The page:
With his northern background, Yo-Han Cha had never even heard of Fort Bovisand until he joined a club trip to the place some still describe as the ‘spiritual home of UK diving’.

A Facebook notification pops up on my club’s page, “Anyone fancy a weekend of diving at Fort Bovisand? First come first served.” I’d never heard of Fort Bovisand. A quick Google search showed a Napoleonic era fort, by Plymouth, which, now that I’ve relocated down south, it’s within easy driving distance. And I’m free. I reply to the post saying that I can come and I’m booked on. Easy as that.

An email was sent out nearer the time with details of what the weather forecast is for the weekend (meant to be excellent); ropes-off times and the gate code. That was pretty much it. The tone of the email suggested that this was a location everyone had dived a lot before and knew intimately.

Except me. Like I said earlier, I’d never heard of it. I asked for some more details as I’d never been there before and I was provided with a Google Maps link (it was indeed the fort that I’d Googled earlier), a postcode and the intriguing instruction, “just follow the road virtually as far as it will go”. This, surprisingly, was very accurate and I rocked up at Fort Bovisand with no dramas.

How had I never heard of Fort Bovisand? Maybe because I’ve been based up North most of my life. Maybe it’s my age. Maybe it’s a combination of both, but as soon as I mentioned that I’d never heard of this place, the tales started to flow of what this place used to be. It was where the DDRC used to be based. It was hailed as the ‘spiritual home’ of UK diving. Commercial divers used to be trained here, still referenced by the BAD (Basic Air Divers) Lads inscription on the path to the accommodation.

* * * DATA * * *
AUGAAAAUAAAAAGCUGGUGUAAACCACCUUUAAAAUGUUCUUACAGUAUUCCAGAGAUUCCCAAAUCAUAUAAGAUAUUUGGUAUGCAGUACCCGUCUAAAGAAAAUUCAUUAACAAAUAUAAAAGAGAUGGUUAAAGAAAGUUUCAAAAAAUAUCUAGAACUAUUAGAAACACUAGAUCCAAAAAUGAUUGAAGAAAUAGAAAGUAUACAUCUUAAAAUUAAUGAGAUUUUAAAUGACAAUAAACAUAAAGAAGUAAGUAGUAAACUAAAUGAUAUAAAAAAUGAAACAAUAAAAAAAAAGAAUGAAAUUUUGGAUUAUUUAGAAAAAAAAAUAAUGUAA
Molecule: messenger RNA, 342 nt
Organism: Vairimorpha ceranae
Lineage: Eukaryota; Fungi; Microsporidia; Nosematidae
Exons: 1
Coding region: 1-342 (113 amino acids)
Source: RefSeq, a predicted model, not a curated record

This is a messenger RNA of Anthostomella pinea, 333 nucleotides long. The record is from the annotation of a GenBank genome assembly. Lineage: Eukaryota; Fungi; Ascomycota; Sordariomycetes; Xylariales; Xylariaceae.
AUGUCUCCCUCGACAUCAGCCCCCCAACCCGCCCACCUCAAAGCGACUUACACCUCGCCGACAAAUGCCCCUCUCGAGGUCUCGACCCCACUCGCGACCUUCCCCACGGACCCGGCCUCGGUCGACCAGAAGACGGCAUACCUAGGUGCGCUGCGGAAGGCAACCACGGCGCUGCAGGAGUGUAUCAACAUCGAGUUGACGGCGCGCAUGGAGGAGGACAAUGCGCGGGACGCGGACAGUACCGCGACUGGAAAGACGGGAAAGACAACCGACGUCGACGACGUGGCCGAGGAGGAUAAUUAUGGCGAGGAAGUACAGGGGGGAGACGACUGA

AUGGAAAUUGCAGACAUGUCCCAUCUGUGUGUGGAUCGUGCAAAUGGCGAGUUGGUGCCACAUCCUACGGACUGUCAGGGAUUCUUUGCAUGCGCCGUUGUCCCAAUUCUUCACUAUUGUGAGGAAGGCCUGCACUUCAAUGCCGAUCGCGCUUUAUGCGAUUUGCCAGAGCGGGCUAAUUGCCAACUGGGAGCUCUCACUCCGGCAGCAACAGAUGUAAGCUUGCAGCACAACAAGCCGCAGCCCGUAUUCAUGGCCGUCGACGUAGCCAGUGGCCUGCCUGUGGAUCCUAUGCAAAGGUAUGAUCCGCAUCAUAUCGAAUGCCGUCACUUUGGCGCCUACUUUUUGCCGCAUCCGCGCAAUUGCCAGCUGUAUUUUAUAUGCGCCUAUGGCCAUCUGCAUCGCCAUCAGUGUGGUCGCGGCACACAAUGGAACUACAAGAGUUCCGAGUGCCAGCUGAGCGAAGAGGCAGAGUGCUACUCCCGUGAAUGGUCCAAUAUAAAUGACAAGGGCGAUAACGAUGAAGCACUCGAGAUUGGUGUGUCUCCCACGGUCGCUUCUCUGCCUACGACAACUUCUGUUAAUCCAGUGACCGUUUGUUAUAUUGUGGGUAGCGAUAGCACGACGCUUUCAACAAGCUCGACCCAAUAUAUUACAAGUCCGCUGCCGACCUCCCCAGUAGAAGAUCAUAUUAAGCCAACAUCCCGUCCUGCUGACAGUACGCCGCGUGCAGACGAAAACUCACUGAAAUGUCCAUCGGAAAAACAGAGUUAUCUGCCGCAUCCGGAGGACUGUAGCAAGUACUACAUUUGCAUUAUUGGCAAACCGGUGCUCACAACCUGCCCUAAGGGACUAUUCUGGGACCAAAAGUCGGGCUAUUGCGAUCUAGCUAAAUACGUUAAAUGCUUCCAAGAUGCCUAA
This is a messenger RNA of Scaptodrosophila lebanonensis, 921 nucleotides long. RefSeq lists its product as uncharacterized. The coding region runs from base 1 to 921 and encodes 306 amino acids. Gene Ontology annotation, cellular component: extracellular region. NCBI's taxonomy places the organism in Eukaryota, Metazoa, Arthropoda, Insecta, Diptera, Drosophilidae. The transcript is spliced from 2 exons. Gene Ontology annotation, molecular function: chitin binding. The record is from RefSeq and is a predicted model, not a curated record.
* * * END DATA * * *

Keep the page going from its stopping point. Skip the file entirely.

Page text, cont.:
There was a bar that was always open until Illegal o’clock. I heard tales of the BSAC Explosives course that was taught here, where students were given a stick of dynamite and told to “go blow something up”. There was even an Advanced Explosives Course where you could blow things up underwater, which is also why the reef by the harbour isn’t as big as it once was. Just out of curiosity, would BSAC be up for re-starting an Explosives SDC? Just asking for a friend…

Those days are gone now. A little bit of digging online told me that the old dive centre was liquidated in 2000, before I had even learned to dive, never mind being able to do an underwater explosives course. There’s no commercial diver training or dynamite on site now, but Fort Bovisand is still steeped in diving history.

What I find really heart-warming now about the place though, is that despite what used to be there, there’s still lots of diving taking place. Bovi’s story, in short, is far from over.

There’s still a dive centre on-site, Discover Divers, offering accommodation, a hard boat and a very competent skipper. While I was there, I bumped into Worcester BSAC who were loading their RIB in Bovi’s bijoux harbour. Clubs are evidently diving out of there regularly, to the point where trip organisers assume that everyone doesn’t need directions to get there... that’s until you get an awkward sod from the North.


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This column was originally published in SCUBA magazine, Issue 107 October 2020.

Images in this online version may have been substituted from the original images in SCUBA magazine due to usage rights.

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